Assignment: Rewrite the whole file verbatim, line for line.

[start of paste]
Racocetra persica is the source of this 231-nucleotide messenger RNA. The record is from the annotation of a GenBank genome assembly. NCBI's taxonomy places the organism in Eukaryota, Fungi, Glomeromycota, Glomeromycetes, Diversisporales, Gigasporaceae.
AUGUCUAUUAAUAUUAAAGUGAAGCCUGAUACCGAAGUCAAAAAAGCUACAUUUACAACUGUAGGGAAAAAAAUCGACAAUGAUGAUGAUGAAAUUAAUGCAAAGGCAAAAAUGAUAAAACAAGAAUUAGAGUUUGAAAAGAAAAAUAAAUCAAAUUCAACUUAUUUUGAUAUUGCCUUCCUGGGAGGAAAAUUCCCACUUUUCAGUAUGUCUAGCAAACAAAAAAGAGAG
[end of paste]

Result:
Racocetra persica is the source of this 231-nucleotide messenger RNA. The record is from the annotation of a GenBank genome assembly. NCBI's taxonomy places the organism in Eukaryota, Fungi, Glomeromycota, Glomeromycetes, Diversisporales, Gigasporaceae.
AUGUCUAUUAAUAUUAAAGUGAAGCCUGAUACCGAAGUCAAAAAAGCUACAUUUACAACUGUAGGGAAAAAAAUCGACAAUGAUGAUGAUGAAAUUAAUGCAAAGGCAAAAAUGAUAAAACAAGAAUUAGAGUUUGAAAAGAAAAAUAAAUCAAAUUCAACUUAUUUUGAUAUUGCCUUCCUGGGAGGAAAAUUCCCACUUUUCAGUAUGUCUAGCAAACAAAAAAGAGAG